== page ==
Another possible derivation is from the Norwegian word lom for these birds, which comes from Old Norse lómr, possibly cognate with English "lament", referring to the characteristic plaintive sound of the loon.[18] The scientific name Gavia refers to seabirds in general.[19]

The scientific name Gavia was the Latin term for the smew (Mergellus albellus). This small sea-duck is quite unrelated to loons and just happens to be another black-and-white seabird which swims and dives for fish. It is not likely that the ancient Romans had much knowledge of loons, as these are limited to more northern latitudes and since the end of the last glacial period seem to have occurred only as rare winter migrants in the Mediterranean region.[20][21]

The term gavia was transferred from the ducks to the loons only in the 18th century. Earlier naturalists referred to the loons as mergus (the Latin term for diving seabirds of all sorts) or colymbus, which became the genus name used in the first modern scientific description of a Gavia species (by Carl Linnaeus) in 1758. Unfortunately, confusion about whether Linnaeus' "wastebin genus" Colymbus referred to loons or grebes abounded. North American ornithologists used the genus name to refer to grebes, while Europeans used it for loons, following Nicholas Aylward Vigors and Richard Bowdler Sharpe.

The International Commission on Zoological Nomenclature tried to settle this issue in 1956 by declaring Colymbus a suppressed name unfit for further use and establishing Gavia, created by Johann Reinhold Forster in 1788, as the valid genus name for the loons. However, the situation was not completely resolved even then, and the following year the ICZN had to act again to prevent Louis Pierre Vieillot's 1818 almost-forgotten family name Urinatoridae from overruling the much younger Gaviidae. Some eminent ornithologists such as Pierce Brodkorb tried to keep the debate alive, but the ICZN's solution has been satisfactory.[21][22][23][24]

Systematics and evolution[edit]

All living species are placed in the genus Gavia. It has been suggested that the genus Gavia originated in Europe during the Paleogene. The earliest species, G. egeriana, was found in early Miocene deposits in Dolnice in the Czech Republic. During the remainder of the Miocene, Gavia managed to disperse into North America via the Atlantic coastlines, eventually making their way to the continent's Pacific coastlines by the Late Miocene.[25] Study of the interrelationships of the extant species has found that the red-throated loons are the most basal of the five species.[26]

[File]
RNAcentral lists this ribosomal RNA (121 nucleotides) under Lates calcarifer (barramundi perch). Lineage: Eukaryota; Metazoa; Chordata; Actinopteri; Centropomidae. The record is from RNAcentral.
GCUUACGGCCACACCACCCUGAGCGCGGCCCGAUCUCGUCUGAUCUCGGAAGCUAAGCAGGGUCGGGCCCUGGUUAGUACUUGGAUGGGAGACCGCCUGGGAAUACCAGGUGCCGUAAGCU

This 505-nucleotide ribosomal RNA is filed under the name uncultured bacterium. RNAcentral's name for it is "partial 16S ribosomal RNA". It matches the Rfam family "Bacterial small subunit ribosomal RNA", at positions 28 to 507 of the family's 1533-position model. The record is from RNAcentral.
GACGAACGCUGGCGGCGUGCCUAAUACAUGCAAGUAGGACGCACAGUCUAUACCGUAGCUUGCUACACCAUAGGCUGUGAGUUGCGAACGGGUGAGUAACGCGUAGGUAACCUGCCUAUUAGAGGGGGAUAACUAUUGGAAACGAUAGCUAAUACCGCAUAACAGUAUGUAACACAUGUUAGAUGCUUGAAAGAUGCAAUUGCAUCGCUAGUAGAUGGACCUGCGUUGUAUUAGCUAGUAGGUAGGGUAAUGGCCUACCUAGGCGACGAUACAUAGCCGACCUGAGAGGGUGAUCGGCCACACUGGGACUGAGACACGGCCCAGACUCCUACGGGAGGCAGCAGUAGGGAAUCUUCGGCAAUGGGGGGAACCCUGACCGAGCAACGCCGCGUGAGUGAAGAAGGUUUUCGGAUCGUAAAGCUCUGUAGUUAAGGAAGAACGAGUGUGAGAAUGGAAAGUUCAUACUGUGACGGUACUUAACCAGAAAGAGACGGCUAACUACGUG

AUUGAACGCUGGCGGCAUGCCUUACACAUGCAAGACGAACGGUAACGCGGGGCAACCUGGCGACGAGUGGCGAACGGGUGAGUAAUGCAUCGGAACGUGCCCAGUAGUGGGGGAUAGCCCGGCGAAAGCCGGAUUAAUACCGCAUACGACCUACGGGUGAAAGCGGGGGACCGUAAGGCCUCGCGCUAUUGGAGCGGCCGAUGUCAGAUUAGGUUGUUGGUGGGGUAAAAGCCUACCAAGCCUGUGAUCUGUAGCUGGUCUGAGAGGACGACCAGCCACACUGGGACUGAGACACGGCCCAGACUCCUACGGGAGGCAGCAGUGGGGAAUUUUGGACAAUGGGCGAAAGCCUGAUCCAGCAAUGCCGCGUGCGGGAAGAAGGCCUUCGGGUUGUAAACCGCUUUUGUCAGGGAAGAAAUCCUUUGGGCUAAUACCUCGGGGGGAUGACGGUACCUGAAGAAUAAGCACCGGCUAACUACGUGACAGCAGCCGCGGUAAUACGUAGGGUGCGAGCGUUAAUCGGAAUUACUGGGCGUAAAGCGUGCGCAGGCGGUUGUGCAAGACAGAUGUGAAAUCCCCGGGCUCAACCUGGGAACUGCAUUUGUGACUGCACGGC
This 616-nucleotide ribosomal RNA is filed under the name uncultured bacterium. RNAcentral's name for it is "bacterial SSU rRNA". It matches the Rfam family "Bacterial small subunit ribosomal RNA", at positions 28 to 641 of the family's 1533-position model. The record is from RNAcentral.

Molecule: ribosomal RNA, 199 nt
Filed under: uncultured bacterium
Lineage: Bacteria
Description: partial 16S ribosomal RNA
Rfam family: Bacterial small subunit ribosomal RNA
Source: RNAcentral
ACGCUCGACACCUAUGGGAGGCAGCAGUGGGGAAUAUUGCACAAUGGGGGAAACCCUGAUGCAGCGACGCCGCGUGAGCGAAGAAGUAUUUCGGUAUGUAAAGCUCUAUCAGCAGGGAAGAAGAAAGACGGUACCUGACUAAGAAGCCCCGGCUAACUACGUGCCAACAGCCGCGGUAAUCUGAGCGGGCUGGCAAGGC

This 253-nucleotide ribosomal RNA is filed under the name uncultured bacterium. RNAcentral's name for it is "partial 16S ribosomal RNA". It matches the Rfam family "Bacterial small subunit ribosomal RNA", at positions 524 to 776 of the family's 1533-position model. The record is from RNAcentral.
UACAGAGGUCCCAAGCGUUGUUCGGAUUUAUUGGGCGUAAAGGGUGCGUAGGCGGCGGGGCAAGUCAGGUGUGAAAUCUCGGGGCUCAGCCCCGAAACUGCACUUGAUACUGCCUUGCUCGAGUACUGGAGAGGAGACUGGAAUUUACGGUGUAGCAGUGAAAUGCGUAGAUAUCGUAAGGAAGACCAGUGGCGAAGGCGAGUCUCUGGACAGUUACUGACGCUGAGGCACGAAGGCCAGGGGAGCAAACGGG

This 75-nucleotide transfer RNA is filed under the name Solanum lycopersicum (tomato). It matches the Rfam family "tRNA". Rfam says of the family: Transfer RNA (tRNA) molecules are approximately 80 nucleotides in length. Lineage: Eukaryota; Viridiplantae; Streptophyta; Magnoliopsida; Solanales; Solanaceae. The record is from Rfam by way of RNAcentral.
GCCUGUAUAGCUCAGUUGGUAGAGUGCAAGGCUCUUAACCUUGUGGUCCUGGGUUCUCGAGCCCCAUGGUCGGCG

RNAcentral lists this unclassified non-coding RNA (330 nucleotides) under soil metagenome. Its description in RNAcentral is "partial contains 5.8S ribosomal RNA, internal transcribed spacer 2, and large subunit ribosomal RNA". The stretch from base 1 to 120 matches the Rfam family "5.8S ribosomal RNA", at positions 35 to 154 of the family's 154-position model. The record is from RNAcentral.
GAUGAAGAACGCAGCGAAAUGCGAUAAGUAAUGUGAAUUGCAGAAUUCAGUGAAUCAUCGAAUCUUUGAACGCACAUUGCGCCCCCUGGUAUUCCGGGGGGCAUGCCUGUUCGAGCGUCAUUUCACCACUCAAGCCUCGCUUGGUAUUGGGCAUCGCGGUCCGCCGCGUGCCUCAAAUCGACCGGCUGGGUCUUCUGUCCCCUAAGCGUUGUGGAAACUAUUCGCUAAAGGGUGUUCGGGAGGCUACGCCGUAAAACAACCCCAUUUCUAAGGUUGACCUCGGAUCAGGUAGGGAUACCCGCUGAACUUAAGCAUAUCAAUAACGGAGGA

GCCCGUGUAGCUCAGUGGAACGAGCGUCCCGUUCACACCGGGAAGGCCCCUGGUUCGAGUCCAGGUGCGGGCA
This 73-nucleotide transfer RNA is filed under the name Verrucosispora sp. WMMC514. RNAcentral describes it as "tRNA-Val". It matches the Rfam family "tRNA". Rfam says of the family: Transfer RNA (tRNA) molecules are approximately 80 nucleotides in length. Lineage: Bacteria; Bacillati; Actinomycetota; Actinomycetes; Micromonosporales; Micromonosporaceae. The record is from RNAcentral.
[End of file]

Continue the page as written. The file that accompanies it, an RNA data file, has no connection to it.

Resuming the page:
Gavia stellata

G. arctica

G. pacifica

G. immer

G. adamsii

Cladogram of the extant Gavia species.[26]
Lineage Image Scientific name Distribution
Basal lineage Red-throated loon or red-throated diver,
Gavia stellata
Northern hemisphere generally north of 50°, inland in summer and in coastal areas in winter as far south as Florida and southern China[27]
Black-throated lineage Black-throated loon, Arctic loon, or black-throated diver,
Gavia arctica
Northern Europe and Asia, breeding inland and wintering on Atlantic and Pacific coasts[28]
Pacific loon or Pacific diver,
Gavia pacifica (formerly in G. arctica)
northern Canada and eastern Siberia, and winters along the Pacific coast of North America
Black-headed lineage Common loon, or great northern diver,
Gavia immer
coasts and lakes of Canada and the US as far south as Mexico, and on the Atlantic coast of Europe
Yellow-billed loon or white-billed diver,
Gavia adamsii
Russia, Canada and the United States, Mexico and Spain.

Fossil record[edit]

Gavia egeriana

G. schultzi

G. howardae

G. stellata

G. brodkorbi

G. paradoxa

G. moldavica

G. concinna

G. arctica

G. pacifica

G. fortis

G. adamsii

G. immer

Cladogram of the Gavia species with the inclusion of fossil species.[29]

Nearly ten prehistoric species have been named to date in the genus Gavia, and about as many undescribed ones await further study. The genus is known from the Early Miocene onwards, and the oldest members are rather small (some are smaller than the red-throated loon). Throughout the late Neogene, the genus by and large follows Cope's Rule (that population lineages tend to increase in body size over evolutionary time).

Fossil of G. schultzi in Vienna

List of fossil Gavia species

  • G. brodkorbi Howard, 1978 (Late Miocene of Orange County, United States)
  • G. concinna Wetmore, 1940 (Late Miocene/Early Pliocene of west and east United States)
  • G. egeriana Švec, 1982 (Early Miocene of Czechoslovakia ?and Cheswold, Delaware, United States –? Yorktown Early Pliocene of Lee Creek Mine, North Carolina, United States)[30]
  • G. fortis Olson & Rasmussen, 2001 (Yorktown Early Pliocene of Lee Creek Mine, North Carolina, United States)[29]
  • G. howardae Brodkorb, 1953 (San Diego Formation, California[31] and Yorktown Formation, North Carolina[29]